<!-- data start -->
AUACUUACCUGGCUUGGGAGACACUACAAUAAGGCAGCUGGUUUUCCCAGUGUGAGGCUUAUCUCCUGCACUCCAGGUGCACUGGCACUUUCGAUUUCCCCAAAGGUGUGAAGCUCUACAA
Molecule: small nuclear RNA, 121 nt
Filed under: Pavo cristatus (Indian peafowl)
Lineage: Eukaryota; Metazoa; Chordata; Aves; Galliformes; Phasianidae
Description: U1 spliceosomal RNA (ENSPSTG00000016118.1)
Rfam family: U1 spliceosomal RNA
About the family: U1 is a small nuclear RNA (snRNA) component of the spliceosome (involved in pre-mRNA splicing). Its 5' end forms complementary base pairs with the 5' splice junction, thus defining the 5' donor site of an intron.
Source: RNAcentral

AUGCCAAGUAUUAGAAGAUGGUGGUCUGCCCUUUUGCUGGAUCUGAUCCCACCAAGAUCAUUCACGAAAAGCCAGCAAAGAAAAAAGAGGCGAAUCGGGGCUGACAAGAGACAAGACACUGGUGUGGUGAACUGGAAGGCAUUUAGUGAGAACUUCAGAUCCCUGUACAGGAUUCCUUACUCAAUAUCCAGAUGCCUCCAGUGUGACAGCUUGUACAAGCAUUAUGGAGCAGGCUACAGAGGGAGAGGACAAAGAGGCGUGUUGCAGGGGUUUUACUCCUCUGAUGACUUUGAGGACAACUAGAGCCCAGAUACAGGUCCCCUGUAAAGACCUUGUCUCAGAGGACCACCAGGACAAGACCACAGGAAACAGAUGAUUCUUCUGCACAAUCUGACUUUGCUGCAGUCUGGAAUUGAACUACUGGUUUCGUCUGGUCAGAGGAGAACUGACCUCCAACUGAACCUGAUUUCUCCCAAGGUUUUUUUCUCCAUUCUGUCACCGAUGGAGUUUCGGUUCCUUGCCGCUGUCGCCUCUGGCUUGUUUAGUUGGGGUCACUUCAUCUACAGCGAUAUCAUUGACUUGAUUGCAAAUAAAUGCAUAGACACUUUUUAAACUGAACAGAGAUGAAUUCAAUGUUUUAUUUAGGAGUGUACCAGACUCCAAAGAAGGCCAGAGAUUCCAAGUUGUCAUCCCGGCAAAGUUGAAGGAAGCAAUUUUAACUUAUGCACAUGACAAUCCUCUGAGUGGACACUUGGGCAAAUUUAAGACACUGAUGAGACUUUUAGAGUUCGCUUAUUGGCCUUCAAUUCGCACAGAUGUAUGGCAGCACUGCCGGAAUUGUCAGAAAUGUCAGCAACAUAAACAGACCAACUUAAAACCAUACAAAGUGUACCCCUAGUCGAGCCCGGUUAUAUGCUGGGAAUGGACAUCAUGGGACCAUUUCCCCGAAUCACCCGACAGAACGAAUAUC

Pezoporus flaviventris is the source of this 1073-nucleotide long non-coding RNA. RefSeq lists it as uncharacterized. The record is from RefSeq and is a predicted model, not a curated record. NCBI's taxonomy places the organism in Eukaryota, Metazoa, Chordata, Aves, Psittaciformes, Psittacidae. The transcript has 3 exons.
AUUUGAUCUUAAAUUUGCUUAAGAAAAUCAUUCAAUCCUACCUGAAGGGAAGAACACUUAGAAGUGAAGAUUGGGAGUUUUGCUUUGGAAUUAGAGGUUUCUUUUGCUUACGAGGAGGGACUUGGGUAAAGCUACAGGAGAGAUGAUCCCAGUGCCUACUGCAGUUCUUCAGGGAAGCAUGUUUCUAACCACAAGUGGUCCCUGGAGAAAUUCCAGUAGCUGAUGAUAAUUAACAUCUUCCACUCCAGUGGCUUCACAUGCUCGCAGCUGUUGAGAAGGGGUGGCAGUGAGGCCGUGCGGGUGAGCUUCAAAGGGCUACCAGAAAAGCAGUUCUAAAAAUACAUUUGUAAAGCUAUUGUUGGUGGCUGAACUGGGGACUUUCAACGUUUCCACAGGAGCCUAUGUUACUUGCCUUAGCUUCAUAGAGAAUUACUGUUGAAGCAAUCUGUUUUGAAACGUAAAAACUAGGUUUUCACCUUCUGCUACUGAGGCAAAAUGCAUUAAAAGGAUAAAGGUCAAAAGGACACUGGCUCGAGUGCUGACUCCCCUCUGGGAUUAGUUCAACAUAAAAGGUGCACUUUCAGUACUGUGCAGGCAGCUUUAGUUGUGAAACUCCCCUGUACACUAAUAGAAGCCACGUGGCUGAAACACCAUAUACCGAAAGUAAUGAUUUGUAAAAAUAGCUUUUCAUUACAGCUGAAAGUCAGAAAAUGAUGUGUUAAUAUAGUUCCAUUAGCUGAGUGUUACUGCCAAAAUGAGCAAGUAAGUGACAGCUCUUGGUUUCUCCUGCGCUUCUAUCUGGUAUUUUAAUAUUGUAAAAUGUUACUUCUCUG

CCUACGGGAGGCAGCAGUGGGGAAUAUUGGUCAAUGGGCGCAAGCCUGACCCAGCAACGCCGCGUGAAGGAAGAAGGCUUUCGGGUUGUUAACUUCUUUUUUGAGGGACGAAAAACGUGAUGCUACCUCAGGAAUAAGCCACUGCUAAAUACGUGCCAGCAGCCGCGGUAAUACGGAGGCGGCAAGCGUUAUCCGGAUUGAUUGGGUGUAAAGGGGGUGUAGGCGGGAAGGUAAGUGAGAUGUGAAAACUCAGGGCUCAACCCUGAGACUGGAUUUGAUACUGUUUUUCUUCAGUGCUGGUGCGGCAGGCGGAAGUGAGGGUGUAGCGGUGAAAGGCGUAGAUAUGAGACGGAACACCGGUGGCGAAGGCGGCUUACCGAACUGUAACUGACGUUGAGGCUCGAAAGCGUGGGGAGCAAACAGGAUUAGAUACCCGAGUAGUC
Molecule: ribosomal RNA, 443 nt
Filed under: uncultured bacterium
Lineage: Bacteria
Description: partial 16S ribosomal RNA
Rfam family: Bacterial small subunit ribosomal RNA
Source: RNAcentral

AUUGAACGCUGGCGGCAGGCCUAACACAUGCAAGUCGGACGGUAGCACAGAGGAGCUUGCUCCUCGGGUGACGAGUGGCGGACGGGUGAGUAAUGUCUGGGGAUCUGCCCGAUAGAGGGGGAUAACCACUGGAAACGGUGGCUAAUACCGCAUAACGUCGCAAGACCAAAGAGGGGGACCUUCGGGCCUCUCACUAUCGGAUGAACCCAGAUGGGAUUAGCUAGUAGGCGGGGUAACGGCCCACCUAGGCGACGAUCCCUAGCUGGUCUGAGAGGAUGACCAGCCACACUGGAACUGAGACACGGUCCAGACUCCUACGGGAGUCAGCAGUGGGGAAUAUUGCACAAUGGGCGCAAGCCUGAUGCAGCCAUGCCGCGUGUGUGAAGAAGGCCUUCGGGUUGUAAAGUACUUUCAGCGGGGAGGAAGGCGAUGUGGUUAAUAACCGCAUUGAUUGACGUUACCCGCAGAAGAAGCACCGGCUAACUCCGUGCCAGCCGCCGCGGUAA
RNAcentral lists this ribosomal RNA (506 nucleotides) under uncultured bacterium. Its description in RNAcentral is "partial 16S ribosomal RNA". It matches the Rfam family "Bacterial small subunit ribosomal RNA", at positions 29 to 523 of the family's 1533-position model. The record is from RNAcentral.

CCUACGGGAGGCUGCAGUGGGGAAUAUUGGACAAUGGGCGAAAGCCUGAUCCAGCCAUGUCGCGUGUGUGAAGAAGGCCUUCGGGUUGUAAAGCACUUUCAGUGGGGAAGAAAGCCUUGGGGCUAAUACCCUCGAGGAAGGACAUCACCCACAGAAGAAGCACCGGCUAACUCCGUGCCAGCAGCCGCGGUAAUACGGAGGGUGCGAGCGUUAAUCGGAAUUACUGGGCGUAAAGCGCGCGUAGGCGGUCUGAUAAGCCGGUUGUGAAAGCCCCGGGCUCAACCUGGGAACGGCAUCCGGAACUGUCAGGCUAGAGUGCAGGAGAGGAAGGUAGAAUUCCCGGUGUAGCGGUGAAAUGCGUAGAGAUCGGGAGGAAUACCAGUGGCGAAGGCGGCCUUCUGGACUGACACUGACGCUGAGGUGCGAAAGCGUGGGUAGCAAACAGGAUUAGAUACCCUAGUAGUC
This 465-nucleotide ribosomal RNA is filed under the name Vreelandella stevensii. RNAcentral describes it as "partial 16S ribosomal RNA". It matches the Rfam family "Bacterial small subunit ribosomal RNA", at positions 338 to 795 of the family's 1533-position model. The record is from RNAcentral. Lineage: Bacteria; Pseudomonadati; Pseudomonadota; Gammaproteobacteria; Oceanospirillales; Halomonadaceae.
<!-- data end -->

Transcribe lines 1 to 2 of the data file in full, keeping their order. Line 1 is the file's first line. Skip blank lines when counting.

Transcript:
AUACUUACCUGGCUUGGGAGACACUACAAUAAGGCAGCUGGUUUUCCCAGUGUGAGGCUUAUCUCCUGCACUCCAGGUGCACUGGCACUUUCGAUUUCCCCAAAGGUGUGAAGCUCUACAA
Molecule: small nuclear RNA, 121 nt